I’ve been rereading the passion narratives during Holy Week as part of my morning devotional time, and I’m struck by the repeated expressions of Jesus’ anguished struggle. Several times in the gospel stories, Jesus says, “Father, if you are willing, remove this cup from me; yet, not my will but yours be done.” Eugene Peterson’s translation in The Message says, “Remove this cup from me. But please, not what I want. What do you want?”
Reflecting on these takes me back to a discussion I had with a colleague many years ago. I don’t recall the context or what stimulated the conversation—a reading, a story, a quote. But we talked about the passage from John 12 where Jesus says, “Now my soul is troubled. And what should I say—‘Father, save me from this hour’? No, it is for this reason that I have come to this hour.’ Father, glorify your name.” My friend and I began to contemplate the question of how much time passed between the question Jesus asks himself and the interior answer that resolves it. For how much time did Jesus anguish between “Will you save me from this which I would like to avoid?” and “No, it is for this purpose that you have prepared me and for which I have come.”
Some passages of scripture capture in a paragraph an action or teaching that took place in a single moment in time. Other passages distill and condense into a single sentence a teaching that took months or years to unfold or which took the early disciples months and years to comprehend. Sometimes it’s hard to tell one from the other. For instance, scripture records Jesus observing the gifts to the temple treasury and telling his disciples that the widow who put in two coins gave more than all the others. Does this story record an event that took place a single time at a single place on a Tuesday afternoon at 4 p.m.? Or does this scriptural story capture a repeated teaching of Jesus, implying that he used to say this frequently over the several years of his ministry? Biblical scholars disagree.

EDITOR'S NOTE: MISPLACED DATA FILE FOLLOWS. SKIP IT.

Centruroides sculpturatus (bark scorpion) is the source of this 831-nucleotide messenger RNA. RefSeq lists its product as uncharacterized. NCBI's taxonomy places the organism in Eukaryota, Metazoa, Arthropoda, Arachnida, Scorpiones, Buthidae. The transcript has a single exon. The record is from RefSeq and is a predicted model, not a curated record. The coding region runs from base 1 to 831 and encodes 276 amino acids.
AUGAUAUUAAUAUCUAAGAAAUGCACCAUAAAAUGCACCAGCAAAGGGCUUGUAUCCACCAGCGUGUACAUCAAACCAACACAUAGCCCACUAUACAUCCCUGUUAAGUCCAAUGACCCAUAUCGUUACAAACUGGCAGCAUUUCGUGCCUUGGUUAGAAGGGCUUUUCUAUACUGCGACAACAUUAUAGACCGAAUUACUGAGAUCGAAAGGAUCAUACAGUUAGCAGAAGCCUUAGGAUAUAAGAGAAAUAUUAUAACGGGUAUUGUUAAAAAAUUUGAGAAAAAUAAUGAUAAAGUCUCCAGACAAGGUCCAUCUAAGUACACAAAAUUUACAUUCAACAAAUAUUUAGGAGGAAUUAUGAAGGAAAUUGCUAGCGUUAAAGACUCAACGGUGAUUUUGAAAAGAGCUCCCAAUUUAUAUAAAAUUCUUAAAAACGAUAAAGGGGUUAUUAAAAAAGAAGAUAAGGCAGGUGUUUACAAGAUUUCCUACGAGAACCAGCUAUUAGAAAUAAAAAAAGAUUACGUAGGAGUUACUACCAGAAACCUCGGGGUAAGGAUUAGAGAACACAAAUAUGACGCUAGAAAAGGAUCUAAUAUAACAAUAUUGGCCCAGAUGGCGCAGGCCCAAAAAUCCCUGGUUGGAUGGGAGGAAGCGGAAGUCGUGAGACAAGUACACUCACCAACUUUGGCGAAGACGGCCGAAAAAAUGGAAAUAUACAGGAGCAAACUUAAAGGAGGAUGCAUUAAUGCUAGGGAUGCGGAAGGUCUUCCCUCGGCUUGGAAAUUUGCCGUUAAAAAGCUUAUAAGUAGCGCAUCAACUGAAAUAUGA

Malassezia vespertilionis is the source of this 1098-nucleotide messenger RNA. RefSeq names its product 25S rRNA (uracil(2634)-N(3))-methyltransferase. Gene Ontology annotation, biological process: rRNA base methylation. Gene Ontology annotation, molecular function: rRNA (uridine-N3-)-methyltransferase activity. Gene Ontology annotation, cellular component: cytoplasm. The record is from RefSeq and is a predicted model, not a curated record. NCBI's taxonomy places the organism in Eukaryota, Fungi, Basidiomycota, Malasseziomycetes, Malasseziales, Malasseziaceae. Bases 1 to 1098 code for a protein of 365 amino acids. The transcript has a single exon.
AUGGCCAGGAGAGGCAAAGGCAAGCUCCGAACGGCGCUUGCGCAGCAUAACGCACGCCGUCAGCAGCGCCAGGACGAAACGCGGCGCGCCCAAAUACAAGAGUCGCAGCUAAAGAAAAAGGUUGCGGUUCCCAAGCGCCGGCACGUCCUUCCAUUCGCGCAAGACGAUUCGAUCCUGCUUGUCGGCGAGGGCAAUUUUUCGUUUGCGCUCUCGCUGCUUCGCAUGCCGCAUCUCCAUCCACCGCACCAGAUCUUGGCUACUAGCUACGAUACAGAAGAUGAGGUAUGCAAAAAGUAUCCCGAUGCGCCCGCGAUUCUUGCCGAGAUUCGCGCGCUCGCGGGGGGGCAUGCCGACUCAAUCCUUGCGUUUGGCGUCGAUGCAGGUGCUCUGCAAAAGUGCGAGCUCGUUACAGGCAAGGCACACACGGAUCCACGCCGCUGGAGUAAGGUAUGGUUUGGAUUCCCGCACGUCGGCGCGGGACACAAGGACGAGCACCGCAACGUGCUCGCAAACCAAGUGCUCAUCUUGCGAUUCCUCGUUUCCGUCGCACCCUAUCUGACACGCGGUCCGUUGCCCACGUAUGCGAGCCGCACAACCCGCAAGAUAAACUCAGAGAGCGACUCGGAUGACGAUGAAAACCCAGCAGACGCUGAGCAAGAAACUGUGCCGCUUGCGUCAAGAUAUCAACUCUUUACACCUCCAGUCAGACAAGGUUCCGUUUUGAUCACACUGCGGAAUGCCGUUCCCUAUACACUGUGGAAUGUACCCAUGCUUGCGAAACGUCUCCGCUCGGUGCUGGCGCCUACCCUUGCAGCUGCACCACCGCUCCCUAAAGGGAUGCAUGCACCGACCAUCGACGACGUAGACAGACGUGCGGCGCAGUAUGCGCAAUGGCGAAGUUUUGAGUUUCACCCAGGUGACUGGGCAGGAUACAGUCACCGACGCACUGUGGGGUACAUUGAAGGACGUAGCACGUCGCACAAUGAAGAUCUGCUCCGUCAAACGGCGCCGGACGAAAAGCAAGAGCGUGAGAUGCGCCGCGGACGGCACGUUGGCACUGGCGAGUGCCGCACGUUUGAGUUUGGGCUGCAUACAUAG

Now back to the question my friend and I were contemplating. The scripture says that Jesus’ soul is troubled and that he wrestled with whether to ask God to save him from hardship, and then he resolutely expresses the discernment that his calling and purpose are fulfilled as he embraces the suffering and hardship. Did all of this happen in the small slip of time it takes to read the passage? Or did it take months, or years, or a lifetime, for Jesus to completely arrive at this inexpressible and life-giving offering of himself?
Like many of the laity and clergy who are reading this, I responded to a calling early in my life, a vocation of following Jesus. I’ve done better on some days than on others. Every season of life and stage of ministry has brought fresh challenges. At every step I wrestle again with what I want, desire, prefer, and find convenient, and how these feelings frequently contrast with what I discern God asking me to do. Virtually every biblical story of people being called by God leads them to go where they did not want to go—Moses didn’t want to go back to Egypt (“Please, Lord, send someone else!”); Jonah didn’t want to engage the people of Nineveh; and Paul was challenged to lead the very people he’d been persecuting. The call to follow Jesus has less to do with what you and I want or how you and I feel and more to do with making ourselves useful for God’s purposes, wherever that takes us. Our discernment involves attending to the natural talents, spiritual gifts, developed skills, and shaping experiences that we offer to God’s purposes through the community of God’s people.
In the face of God’s calling, what remains for us to discern is whether we will say a hearty, sober, joyful Yes to the adventure of following Christ or not. With the Yes comes the experience of being alive, an aliveness nothing can take away, not even physical death itself.
Peterson’s The Message has Jesus saying it this way, “Right now I’m storm-tossed. And what am I going to say? ‘Father, get me out of this’? No, this is why I came in the first place. I’ll say, ‘Father, put your glory on display.’”
And so he did.